BENGALURU: If I had to pick a game of the year for 2020, Hades would be my choice. However, it didn’t spring from Supergiant Games fully formed — it’s the culmination of nearly a decade’s worth of work and quality games. Today, we’re taking a look back at the game that kicked it all off for Supergiant back in 2011 — Bastion.
What do you do if everything you’ve ever known comes crashing down? That’s the central question behind Bastion. You play as the Kid, one of the few survivors of a mysterious calamity that destroyed much of the world; including the city of Caelondia, the Kid’s home.
Without much in the way of options, you head to the Bastion — a sort of safehouse where people were supposed to go in case of emergency. And you continue from there, heading out into the fractured world, sometimes literally picking up the pieces, and trying to figure out how to keep the Bastion going and what caused the Calamity.
If you go by premise alone, you might think that Bastion doesn’t sound too different from other post-apocalyptic tales, and you wouldn’t be wrong; it’s the execution that truly sets Bastion apart and makes it one of the best games I’ve ever played.
Let’s start with one of the most important aspects of Bastion, and likely one of the first you’ll notice — the narrator. Voiced by the indescribably excellent Logan Cunningham, the narrator doesn’t just narrate the cutscenes — he narrates almost everything you do. Bastion is the Kid’s story — your story — and that’s the story the narrator tells; not perfectly, not reliably, sometimes unwillingly, but tell it he does.
The Kid never speaks, which leaves the narrator to be the voice of his actions as well as of the world he’s trying to rebuild. At the time, there simply wasn’t any other game that had a narrative mechanic done quite like this; since then, Supergiant have revisited the concept in later games but Bastion remains, for me, the pinnacle.
However, Bastion’s aural excellence doesn’t end there — Darren Korb, years before his starring role as Prince Zagreus in Hades, turns in a once-in-a-lifetime performance as a composer and the result is quite simply one of the finest gaming soundtracks I’ve ever heard.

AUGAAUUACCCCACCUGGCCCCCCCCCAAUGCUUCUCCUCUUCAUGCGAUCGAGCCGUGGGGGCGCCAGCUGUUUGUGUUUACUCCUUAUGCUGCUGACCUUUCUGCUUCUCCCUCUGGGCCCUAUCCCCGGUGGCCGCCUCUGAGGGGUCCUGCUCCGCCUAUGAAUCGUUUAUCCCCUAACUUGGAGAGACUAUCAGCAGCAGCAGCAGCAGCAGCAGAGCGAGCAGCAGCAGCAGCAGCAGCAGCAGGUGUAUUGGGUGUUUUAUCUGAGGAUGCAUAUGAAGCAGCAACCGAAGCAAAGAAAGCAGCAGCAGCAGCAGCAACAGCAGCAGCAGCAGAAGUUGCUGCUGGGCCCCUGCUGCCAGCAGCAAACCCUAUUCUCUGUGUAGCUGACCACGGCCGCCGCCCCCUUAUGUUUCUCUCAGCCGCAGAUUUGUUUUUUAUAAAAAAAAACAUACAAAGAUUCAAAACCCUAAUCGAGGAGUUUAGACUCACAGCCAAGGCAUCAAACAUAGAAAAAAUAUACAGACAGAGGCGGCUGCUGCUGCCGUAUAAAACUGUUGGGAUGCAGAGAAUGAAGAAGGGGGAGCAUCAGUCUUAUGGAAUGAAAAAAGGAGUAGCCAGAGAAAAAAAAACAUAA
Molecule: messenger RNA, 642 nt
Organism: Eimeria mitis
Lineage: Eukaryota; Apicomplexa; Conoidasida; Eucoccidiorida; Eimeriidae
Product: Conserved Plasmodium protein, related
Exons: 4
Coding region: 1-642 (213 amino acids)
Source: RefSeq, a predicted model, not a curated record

It’s hard to describe how good the music is because you really need to be playing the game as well, but the two merge together perfectly. As the Kid, you’ll alternate between leisurely exploring the ruins of the world and frantically running/dodging for your life, and the music ebbs and flows in a seductive rhythm to match.
In my opinion, the hallmark of a great game soundtrack is that you should want to listen to it years after you finished the game; as I can confirm after going back to it earlier today, Bastion’s soundtrack easily delivers on that front.
Excellence is par for the course with Bastion. I haven’t even spoken about the addictive isometric gameplay yet, with its wonderful implementation of shooting and melee combat. Or its phenomenal artwork and graphic design. Or...there’s too much to talk about here. To sum it up, Bastion just knocks it out of the park on every opportunity and it’s well worth returning to today.
So the most awaited game release of the last decade, give or take a few others, wound up being buggy and unplayable for many. ‘Oof’ doesn’t begin to cover it — you’ve got to go back to Diablo III for the last time a launch went this badly. Spare a thought for the poor guys at CD Projekt Red, who’ve poured their lives into this game for the last eight years.
It’s been a long, hard year for so many reasons that it feels like a genuine relief that we’re done with it. As good a year as this has been for games, it’s safe to say that that’s not what it’ll be remembered for! Still, here’s to better days on the horizon.